Other data yesterday included the Euro Area’s Sentix investor confidence survey, which rose to 5.3 from -0.3. That’s the first positive reading since November. Retail sales were also flat on the month in March, versus expectations for a -0.1% mom decline, and the prior month was revised +0.1pp higher. In the US, there were no major data releases, but the Fed did release its Senior Loan Officer Survey, which showed easing credit standards for mortgage loans as well as corporate and industrial loans. Credit card standards tightened a bit, but on net it was a positive report.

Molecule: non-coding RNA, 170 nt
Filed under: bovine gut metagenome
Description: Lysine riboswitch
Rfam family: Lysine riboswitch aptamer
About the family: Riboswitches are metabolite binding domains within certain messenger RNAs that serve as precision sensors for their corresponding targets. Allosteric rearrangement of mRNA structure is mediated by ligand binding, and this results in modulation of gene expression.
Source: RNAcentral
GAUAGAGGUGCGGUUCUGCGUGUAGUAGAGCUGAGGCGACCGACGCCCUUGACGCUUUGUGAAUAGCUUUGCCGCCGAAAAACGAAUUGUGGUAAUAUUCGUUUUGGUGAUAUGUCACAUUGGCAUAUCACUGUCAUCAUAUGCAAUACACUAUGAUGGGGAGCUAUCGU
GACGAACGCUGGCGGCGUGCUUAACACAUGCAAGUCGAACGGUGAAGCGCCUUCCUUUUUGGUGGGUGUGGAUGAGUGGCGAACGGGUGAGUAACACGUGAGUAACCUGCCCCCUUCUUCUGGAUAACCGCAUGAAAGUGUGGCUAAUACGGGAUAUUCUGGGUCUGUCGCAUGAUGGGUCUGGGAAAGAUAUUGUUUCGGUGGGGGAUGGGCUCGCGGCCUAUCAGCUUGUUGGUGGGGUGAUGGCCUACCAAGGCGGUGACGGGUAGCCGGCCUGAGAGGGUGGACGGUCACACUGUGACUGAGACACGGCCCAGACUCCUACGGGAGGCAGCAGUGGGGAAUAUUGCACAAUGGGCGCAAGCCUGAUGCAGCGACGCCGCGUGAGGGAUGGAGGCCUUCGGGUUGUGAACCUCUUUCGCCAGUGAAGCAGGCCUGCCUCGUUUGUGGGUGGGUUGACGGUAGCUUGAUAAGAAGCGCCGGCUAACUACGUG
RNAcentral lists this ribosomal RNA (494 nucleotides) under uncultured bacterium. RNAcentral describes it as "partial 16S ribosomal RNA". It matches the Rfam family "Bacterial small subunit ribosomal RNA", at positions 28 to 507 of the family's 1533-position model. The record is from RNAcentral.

Turning to a recap of last week and rest of the week ahead now given that the UK was out yesterday. The highlight on Friday was the US jobs report, which showed yet another example of robust growth but tepid inflation pressure. Bond yields fell and equity markets rallied, with most US indexes returning to near their levels of Wednesday afternoon before the Fed-inspired swoon. On the week, the S&P 500 and NASDAQ finished +0.20% and +0.22% higher (+0.96% and +1.58% Friday), while the DOW fell -0.14% (+0.75% Friday) on some poor earnings reports. Cyclical sectors led gains, with the NYFANG index up +2.30% (+1.88% Friday) and bank stocks rallying +1.41% (+0.68% Friday). In Europe, the STOXX 600 retreated -0.16% on the week (+0.39% Friday) and the DAX outperformed, up +0.79% (+0.55% Friday). Treasuries ultimately ended up +2.7bps (-1.6bps Friday) while bunds rose +4.7bps (-0.5bps Friday). Despite a brief move near 16 earlier in the week, the VIX retraced to return to sub-13 levels, ending the week +0.2pts (-1.5pts Friday). The dollar retreated -0.54% (-0.37% Friday) as the euro strengthened +0.48% (+0.29% Friday). Emerging markets held up well, with currencies gaining a slight +0.04% (+0.50% Friday) and equities up +0.77% (+1.19% Friday).